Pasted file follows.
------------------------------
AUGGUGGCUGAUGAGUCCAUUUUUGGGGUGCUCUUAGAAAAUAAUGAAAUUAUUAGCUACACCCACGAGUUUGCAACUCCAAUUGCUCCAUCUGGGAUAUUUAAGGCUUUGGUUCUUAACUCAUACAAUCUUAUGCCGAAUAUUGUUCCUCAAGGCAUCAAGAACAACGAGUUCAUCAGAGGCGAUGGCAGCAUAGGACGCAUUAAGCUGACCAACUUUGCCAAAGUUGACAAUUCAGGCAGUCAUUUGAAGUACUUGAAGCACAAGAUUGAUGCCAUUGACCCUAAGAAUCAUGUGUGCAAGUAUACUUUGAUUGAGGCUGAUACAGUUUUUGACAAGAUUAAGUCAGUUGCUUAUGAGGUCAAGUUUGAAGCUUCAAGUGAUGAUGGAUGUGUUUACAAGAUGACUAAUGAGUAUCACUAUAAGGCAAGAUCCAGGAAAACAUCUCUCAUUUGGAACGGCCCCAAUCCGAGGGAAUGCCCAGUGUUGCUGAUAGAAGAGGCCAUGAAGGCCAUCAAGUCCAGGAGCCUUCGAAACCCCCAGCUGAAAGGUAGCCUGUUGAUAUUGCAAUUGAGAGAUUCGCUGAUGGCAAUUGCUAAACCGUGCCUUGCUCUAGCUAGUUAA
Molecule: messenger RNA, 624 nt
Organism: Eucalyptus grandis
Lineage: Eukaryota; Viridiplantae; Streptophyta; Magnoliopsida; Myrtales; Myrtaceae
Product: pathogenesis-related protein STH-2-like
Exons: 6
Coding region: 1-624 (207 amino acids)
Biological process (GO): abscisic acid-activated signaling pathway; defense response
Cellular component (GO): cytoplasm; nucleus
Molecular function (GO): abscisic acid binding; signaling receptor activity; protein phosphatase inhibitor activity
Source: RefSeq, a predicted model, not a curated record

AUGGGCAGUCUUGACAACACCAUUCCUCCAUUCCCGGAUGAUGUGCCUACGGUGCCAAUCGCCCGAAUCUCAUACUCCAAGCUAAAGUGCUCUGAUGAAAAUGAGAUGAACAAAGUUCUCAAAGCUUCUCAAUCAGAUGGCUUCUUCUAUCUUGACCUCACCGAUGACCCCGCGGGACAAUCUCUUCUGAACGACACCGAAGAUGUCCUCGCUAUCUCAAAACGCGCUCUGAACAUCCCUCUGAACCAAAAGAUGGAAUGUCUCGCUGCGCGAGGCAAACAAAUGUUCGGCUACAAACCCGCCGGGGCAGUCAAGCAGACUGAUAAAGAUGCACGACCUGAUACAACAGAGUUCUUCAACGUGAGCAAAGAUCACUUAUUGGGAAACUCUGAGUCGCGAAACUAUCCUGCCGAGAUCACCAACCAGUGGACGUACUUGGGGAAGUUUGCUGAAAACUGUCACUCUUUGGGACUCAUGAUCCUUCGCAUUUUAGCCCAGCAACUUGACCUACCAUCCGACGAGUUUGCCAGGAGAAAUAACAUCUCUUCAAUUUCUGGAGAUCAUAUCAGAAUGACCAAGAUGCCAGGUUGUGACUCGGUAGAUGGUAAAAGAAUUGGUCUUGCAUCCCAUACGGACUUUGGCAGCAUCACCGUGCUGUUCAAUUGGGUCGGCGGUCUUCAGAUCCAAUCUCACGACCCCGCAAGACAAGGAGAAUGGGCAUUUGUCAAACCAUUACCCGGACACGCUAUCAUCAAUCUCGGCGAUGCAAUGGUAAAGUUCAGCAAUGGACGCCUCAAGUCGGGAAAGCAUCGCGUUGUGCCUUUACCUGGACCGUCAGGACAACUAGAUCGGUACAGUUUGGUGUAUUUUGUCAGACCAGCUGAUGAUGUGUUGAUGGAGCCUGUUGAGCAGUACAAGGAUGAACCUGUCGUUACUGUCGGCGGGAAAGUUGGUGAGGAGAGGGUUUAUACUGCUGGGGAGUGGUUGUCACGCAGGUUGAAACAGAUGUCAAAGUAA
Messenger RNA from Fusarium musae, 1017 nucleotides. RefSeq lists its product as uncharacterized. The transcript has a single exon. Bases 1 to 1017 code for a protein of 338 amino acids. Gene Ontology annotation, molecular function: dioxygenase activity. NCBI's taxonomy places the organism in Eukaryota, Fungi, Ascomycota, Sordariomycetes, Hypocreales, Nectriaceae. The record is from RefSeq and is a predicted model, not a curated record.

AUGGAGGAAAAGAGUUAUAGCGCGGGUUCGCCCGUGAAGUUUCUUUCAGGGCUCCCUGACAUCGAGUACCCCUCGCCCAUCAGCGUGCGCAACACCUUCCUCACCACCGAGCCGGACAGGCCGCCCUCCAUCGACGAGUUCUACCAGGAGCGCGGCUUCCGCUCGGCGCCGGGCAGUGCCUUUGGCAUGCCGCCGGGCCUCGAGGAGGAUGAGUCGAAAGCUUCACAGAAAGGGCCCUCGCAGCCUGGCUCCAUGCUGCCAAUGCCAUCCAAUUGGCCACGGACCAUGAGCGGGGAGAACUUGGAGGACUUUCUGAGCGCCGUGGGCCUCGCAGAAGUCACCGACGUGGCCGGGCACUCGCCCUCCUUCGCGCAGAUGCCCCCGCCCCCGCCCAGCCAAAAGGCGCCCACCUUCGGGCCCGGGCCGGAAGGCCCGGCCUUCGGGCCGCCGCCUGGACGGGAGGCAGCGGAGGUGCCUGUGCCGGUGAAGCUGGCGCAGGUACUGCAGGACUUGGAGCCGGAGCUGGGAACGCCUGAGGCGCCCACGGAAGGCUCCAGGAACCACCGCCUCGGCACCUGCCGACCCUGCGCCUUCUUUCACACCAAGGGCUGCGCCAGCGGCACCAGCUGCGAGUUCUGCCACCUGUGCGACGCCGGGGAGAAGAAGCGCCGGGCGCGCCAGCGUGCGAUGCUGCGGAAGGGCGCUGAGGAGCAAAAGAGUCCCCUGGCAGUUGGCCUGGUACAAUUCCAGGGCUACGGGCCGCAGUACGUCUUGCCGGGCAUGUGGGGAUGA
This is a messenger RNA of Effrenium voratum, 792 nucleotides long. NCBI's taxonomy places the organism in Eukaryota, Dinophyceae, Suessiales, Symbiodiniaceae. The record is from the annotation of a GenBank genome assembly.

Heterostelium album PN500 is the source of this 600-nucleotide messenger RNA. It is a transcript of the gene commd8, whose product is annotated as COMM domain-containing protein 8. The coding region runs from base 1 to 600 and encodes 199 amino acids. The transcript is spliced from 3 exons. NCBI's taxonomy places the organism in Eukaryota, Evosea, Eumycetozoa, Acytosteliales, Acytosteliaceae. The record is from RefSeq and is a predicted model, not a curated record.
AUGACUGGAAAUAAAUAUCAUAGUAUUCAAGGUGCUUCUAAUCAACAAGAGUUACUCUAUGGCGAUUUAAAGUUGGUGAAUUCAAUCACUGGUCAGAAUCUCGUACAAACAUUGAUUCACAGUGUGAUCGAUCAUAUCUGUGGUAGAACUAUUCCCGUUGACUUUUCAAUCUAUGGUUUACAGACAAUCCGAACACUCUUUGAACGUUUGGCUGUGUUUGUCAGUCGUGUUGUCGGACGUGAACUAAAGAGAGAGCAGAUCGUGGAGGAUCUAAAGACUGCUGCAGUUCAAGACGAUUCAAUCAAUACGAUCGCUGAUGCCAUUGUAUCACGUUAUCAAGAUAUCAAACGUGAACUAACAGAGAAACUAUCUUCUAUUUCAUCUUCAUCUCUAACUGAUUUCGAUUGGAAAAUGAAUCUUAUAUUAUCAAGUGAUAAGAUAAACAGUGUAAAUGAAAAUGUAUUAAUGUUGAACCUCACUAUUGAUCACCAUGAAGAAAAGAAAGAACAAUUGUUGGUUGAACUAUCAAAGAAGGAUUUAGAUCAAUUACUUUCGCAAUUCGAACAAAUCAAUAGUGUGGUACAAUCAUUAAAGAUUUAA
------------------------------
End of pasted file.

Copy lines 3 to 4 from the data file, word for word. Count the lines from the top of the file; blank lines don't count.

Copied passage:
Organism: Eucalyptus grandis
Lineage: Eukaryota; Viridiplantae; Streptophyta; Magnoliopsida; Myrtales; Myrtaceae